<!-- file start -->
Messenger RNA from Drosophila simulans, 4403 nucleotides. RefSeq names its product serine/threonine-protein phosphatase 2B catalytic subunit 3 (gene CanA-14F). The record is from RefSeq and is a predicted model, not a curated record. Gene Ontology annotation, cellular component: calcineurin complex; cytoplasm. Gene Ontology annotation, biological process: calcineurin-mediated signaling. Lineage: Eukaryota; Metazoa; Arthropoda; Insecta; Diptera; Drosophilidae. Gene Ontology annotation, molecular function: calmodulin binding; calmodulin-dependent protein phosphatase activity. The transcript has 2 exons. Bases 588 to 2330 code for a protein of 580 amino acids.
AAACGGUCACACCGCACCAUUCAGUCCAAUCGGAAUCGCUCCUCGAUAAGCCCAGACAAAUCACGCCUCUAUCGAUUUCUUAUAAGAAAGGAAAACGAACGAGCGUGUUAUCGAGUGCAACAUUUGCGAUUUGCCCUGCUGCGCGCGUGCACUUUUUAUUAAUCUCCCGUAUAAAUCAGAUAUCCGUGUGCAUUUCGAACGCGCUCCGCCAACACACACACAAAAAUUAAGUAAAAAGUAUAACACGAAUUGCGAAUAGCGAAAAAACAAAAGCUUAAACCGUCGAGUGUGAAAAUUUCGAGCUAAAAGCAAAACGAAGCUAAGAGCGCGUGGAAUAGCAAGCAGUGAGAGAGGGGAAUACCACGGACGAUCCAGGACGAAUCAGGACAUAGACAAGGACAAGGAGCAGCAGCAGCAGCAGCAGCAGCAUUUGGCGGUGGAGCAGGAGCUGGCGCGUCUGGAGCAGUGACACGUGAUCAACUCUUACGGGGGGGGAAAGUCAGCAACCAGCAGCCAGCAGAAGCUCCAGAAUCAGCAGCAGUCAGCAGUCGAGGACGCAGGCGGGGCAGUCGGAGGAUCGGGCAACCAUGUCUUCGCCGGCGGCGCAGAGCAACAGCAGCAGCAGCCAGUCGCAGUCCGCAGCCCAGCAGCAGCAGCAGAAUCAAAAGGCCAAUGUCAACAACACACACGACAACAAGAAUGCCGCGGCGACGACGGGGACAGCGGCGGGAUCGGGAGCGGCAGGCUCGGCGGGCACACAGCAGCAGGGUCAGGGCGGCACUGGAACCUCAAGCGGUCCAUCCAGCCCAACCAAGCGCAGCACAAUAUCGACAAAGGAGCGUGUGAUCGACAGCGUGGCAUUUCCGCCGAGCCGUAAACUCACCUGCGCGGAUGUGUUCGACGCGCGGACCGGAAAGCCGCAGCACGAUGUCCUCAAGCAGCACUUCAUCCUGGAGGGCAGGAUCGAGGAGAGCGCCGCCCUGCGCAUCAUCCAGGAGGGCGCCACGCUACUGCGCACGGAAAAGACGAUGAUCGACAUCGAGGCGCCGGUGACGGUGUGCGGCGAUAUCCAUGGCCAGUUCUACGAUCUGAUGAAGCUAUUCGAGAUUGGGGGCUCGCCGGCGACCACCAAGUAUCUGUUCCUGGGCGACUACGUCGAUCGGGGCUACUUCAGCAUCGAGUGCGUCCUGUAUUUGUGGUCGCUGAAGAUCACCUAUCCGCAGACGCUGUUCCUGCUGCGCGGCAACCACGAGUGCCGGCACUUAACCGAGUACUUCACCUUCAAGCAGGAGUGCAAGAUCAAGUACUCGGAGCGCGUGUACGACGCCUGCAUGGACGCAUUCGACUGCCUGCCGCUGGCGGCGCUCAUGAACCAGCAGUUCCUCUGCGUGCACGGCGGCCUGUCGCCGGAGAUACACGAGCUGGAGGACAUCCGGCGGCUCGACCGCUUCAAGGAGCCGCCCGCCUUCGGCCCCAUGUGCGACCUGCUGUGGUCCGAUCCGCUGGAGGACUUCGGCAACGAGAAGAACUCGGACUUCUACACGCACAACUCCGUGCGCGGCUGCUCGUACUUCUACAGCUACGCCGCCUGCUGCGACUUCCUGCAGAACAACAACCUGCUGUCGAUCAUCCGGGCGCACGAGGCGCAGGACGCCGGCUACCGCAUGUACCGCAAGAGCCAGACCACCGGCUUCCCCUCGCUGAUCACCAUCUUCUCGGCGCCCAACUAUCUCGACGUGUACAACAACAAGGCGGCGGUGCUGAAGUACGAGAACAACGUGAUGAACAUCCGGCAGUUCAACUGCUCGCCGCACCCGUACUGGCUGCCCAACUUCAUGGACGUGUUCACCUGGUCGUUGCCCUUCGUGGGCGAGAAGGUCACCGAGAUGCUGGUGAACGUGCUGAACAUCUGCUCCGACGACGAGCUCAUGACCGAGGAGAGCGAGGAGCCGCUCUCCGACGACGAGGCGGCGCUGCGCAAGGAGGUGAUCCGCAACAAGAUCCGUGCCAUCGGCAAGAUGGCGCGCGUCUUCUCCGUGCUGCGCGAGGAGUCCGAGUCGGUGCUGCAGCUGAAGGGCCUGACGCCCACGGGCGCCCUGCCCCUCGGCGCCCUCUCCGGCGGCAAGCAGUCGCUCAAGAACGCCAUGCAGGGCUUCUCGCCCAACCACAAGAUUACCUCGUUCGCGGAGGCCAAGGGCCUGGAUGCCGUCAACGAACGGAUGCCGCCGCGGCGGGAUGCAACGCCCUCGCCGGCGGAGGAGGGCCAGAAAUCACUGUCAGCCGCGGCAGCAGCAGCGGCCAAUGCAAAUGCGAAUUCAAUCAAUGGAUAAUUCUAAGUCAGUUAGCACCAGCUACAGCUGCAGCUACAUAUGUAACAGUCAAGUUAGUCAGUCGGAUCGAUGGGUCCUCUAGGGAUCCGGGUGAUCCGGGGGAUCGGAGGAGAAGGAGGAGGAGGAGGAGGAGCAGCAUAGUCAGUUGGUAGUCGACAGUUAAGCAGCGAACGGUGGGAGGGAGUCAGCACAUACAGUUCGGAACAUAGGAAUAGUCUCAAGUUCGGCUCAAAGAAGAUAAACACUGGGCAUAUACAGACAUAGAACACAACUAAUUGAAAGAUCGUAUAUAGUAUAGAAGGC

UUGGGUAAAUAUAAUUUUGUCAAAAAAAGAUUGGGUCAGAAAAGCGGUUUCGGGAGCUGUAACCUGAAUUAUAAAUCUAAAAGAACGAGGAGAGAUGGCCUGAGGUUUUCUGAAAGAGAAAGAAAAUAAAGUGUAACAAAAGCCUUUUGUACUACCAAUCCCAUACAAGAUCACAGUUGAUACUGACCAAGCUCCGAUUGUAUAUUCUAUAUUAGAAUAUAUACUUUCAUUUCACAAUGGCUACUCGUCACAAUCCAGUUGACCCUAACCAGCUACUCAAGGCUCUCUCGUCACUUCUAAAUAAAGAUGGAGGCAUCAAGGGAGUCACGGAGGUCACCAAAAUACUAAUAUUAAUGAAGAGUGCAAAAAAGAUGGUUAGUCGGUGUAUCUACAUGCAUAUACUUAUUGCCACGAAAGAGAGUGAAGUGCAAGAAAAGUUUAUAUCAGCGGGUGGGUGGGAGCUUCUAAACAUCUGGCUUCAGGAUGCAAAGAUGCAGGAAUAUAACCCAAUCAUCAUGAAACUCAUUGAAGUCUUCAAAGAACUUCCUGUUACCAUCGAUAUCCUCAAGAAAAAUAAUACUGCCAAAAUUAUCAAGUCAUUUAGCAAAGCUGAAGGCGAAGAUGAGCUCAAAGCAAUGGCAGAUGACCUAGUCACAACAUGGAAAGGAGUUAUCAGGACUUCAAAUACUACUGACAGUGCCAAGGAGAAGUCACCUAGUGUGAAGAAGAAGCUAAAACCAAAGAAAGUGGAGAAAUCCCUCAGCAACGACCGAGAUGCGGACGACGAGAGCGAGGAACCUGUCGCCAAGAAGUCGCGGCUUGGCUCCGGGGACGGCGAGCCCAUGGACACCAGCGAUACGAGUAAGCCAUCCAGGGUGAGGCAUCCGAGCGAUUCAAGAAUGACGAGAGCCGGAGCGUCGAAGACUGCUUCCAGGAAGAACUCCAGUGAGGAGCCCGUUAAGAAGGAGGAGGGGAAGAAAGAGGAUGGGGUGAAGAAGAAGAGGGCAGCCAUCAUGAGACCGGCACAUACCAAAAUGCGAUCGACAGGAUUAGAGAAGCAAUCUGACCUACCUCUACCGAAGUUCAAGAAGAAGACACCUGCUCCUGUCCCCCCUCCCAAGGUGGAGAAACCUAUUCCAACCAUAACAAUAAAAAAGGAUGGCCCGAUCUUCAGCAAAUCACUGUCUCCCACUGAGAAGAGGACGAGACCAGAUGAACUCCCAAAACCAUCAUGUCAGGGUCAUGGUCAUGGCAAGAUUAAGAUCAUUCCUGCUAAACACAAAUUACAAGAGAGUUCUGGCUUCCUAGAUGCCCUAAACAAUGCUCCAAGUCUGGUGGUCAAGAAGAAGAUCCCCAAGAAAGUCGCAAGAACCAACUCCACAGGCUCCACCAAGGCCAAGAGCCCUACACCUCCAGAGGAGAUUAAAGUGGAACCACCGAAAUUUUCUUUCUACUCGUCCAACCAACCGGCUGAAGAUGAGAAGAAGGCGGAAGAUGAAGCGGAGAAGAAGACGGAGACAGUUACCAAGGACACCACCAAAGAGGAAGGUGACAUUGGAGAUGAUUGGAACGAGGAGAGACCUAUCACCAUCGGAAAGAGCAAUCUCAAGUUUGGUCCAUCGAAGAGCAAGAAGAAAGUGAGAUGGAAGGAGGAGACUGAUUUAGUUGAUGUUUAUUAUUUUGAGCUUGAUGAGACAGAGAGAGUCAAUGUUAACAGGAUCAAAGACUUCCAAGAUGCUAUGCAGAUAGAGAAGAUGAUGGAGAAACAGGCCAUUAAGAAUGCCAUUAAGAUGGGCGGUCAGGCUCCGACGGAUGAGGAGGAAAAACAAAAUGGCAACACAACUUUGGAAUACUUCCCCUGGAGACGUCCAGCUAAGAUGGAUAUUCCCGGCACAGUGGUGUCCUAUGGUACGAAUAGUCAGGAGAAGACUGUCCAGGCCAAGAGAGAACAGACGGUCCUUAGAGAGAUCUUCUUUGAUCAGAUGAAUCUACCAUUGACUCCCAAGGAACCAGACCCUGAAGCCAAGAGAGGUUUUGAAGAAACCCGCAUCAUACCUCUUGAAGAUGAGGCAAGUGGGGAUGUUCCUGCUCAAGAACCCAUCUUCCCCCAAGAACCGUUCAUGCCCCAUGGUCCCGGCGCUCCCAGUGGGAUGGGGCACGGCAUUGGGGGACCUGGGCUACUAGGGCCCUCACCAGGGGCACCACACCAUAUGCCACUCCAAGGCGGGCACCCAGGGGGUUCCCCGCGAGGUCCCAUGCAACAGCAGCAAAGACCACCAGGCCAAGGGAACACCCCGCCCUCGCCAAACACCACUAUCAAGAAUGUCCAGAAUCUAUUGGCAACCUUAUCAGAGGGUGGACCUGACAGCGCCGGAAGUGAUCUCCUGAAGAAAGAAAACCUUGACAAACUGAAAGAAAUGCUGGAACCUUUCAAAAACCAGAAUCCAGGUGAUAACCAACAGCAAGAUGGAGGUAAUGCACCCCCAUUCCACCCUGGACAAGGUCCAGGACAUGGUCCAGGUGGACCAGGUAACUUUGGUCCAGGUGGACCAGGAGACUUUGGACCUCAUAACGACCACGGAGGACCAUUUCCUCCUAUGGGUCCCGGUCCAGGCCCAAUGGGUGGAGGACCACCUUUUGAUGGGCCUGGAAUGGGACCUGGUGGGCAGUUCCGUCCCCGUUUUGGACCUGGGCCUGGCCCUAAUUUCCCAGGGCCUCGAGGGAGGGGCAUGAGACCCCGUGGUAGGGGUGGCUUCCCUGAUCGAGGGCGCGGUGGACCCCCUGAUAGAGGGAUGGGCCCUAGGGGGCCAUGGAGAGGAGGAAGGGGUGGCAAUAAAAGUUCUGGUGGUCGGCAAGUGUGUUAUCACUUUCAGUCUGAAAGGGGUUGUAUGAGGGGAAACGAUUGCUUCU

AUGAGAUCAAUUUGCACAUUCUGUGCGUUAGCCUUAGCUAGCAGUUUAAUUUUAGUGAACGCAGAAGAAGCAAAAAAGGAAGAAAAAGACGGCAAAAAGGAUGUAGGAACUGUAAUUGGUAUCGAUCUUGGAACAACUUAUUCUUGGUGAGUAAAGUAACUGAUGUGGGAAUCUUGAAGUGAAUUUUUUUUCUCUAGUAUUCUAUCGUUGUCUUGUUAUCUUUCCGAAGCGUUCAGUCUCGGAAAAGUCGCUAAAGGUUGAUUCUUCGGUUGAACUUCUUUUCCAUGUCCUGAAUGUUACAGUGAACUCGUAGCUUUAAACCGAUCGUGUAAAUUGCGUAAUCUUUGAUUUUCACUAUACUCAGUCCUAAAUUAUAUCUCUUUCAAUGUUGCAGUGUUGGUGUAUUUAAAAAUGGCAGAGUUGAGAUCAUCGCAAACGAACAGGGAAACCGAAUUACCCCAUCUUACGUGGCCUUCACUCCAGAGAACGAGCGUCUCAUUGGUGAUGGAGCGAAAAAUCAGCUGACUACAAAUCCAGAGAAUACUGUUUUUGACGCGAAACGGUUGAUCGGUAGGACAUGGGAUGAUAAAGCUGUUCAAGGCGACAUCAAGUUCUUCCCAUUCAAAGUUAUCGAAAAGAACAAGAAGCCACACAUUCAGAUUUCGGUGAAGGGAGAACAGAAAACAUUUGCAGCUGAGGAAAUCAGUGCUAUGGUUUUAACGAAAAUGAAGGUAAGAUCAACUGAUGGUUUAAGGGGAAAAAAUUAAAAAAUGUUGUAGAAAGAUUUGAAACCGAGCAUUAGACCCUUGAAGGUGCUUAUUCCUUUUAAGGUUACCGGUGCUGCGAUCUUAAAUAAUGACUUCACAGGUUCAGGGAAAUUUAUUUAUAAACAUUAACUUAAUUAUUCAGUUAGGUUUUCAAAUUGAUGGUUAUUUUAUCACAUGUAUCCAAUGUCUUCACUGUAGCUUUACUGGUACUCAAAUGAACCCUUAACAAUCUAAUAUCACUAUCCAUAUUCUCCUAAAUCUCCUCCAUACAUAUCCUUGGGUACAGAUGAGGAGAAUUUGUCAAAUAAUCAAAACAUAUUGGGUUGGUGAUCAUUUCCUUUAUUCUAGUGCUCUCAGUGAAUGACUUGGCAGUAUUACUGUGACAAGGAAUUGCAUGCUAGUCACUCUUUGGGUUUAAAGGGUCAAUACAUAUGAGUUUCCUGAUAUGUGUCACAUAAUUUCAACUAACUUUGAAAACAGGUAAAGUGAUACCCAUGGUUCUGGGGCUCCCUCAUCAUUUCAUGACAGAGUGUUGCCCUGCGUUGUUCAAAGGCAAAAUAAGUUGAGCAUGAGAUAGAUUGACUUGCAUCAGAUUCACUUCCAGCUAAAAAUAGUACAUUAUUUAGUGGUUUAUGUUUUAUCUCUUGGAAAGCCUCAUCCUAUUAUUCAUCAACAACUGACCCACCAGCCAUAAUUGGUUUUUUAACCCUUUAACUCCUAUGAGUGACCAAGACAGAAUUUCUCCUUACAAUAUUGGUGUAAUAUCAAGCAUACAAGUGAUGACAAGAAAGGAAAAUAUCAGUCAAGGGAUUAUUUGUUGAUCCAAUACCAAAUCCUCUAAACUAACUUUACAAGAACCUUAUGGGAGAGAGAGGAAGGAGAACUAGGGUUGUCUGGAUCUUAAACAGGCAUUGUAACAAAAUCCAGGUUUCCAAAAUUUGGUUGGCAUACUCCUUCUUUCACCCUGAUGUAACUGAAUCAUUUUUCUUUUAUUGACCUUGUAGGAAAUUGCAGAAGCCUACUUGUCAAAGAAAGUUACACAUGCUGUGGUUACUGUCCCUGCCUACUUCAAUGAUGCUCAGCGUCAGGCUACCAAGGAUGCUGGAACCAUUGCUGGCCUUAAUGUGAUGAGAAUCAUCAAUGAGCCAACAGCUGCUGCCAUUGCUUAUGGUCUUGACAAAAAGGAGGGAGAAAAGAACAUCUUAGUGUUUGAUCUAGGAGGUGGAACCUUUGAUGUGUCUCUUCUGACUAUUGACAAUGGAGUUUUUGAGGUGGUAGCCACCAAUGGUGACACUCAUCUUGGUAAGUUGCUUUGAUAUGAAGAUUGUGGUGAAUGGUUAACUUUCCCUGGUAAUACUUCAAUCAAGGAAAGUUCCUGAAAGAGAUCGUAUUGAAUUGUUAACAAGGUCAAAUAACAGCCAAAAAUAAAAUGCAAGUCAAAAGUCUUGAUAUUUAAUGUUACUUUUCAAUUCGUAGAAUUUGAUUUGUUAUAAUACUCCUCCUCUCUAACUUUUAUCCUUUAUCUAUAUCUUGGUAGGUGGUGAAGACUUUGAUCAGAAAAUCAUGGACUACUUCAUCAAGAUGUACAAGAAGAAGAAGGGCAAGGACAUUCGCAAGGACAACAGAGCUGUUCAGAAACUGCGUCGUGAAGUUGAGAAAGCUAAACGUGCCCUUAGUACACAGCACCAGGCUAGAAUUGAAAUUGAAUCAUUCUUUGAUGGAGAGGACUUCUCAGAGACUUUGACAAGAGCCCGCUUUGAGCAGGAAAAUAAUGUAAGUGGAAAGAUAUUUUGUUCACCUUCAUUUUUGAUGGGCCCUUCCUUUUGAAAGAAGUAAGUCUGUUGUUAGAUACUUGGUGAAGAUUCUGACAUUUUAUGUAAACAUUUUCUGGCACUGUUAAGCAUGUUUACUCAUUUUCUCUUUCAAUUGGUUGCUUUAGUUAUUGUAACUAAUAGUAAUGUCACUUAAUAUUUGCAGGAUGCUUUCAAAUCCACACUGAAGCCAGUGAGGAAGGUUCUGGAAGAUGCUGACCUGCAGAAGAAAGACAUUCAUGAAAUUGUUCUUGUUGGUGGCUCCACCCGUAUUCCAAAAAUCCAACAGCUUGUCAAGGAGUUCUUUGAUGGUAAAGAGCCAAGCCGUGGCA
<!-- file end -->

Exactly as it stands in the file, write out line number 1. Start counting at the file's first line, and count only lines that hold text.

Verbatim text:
Messenger RNA from Drosophila simulans, 4403 nucleotides. RefSeq names its product serine/threonine-protein phosphatase 2B catalytic subunit 3 (gene CanA-14F). The record is from RefSeq and is a predicted model, not a curated record. Gene Ontology annotation, cellular component: calcineurin complex; cytoplasm. Gene Ontology annotation, biological process: calcineurin-mediated signaling. Lineage: Eukaryota; Metazoa; Arthropoda; Insecta; Diptera; Drosophilidae. Gene Ontology annotation, molecular function: calmodulin binding; calmodulin-dependent protein phosphatase activity. The transcript has 2 exons. Bases 588 to 2330 code for a protein of 580 amino acids.